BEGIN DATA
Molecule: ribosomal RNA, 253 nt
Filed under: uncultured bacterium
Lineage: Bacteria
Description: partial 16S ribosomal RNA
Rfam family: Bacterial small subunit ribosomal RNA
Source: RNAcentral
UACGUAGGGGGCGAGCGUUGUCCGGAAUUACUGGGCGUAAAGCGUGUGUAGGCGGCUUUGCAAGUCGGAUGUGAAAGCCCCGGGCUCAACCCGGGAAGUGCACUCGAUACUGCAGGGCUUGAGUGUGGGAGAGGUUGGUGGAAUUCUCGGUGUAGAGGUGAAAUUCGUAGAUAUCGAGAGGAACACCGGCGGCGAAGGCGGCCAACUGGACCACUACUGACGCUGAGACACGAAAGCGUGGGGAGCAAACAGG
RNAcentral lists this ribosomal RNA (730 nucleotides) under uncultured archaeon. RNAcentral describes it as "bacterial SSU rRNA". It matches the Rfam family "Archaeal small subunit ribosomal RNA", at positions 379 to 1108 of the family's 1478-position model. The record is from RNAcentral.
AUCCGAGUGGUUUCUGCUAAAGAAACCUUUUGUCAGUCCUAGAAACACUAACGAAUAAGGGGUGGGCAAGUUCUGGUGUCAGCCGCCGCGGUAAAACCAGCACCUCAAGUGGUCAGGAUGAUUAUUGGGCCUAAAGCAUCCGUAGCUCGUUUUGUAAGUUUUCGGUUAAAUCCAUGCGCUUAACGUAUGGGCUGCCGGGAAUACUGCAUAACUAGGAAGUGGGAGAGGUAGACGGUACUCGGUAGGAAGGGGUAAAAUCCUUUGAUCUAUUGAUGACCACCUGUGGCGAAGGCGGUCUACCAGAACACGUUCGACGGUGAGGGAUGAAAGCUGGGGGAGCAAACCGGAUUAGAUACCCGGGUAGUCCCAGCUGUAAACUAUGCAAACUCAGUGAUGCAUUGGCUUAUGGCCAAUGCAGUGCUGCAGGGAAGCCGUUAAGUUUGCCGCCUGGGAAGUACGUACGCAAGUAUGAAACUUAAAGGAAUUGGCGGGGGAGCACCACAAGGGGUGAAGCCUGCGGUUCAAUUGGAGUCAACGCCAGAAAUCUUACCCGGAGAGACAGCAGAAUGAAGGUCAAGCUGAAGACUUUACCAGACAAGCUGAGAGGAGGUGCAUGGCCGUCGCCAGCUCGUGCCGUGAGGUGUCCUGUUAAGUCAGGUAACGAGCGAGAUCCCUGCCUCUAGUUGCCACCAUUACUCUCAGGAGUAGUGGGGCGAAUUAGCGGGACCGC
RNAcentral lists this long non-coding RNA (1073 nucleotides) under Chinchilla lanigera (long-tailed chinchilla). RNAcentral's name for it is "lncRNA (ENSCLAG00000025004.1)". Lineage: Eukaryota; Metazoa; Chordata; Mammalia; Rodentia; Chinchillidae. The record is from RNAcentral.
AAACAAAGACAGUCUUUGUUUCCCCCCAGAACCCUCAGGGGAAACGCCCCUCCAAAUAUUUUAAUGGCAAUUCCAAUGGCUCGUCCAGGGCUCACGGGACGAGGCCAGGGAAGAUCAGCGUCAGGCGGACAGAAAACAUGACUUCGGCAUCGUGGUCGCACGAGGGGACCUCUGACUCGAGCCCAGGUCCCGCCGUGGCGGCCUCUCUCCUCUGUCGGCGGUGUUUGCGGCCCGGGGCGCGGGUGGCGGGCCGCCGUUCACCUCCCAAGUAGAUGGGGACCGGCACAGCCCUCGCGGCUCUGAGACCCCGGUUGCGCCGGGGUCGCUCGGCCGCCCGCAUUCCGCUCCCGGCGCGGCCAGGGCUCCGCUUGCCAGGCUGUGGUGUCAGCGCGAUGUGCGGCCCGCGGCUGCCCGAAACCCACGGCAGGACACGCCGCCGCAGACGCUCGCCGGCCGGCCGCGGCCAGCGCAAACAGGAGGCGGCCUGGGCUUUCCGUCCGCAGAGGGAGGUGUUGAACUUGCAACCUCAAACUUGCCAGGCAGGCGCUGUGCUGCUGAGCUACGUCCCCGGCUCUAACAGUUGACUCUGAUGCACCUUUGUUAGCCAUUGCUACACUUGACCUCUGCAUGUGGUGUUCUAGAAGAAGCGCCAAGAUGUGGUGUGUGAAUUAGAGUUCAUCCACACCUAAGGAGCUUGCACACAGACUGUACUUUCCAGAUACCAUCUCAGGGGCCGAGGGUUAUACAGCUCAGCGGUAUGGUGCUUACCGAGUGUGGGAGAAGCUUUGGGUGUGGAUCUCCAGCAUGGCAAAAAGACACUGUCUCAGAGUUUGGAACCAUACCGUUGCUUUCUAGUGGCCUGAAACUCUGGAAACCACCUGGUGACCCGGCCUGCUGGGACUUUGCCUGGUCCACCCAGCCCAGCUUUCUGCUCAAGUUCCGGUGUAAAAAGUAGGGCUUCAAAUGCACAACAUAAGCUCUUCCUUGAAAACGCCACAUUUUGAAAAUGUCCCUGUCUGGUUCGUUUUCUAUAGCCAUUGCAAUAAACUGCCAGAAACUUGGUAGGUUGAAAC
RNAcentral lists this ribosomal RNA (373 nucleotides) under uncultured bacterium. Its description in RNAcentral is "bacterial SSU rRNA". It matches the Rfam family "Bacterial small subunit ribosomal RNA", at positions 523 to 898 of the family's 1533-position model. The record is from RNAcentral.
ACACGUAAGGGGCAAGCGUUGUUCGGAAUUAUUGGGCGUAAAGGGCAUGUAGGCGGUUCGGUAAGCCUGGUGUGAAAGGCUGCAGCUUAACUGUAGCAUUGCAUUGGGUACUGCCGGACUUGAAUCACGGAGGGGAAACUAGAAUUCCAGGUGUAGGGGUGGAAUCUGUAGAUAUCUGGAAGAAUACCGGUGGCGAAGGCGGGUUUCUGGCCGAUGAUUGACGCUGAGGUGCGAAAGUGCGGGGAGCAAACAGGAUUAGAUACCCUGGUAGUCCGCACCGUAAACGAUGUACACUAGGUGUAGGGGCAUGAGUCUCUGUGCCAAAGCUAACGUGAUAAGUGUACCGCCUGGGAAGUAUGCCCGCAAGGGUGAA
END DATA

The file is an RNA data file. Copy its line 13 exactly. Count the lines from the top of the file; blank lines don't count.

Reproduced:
ACACGUAAGGGGCAAGCGUUGUUCGGAAUUAUUGGGCGUAAAGGGCAUGUAGGCGGUUCGGUAAGCCUGGUGUGAAAGGCUGCAGCUUAACUGUAGCAUUGCAUUGGGUACUGCCGGACUUGAAUCACGGAGGGGAAACUAGAAUUCCAGGUGUAGGGGUGGAAUCUGUAGAUAUCUGGAAGAAUACCGGUGGCGAAGGCGGGUUUCUGGCCGAUGAUUGACGCUGAGGUGCGAAAGUGCGGGGAGCAAACAGGAUUAGAUACCCUGGUAGUCCGCACCGUAAACGAUGUACACUAGGUGUAGGGGCAUGAGUCUCUGUGCCAAAGCUAACGUGAUAAGUGUACCGCCUGGGAAGUAUGCCCGCAAGGGUGAA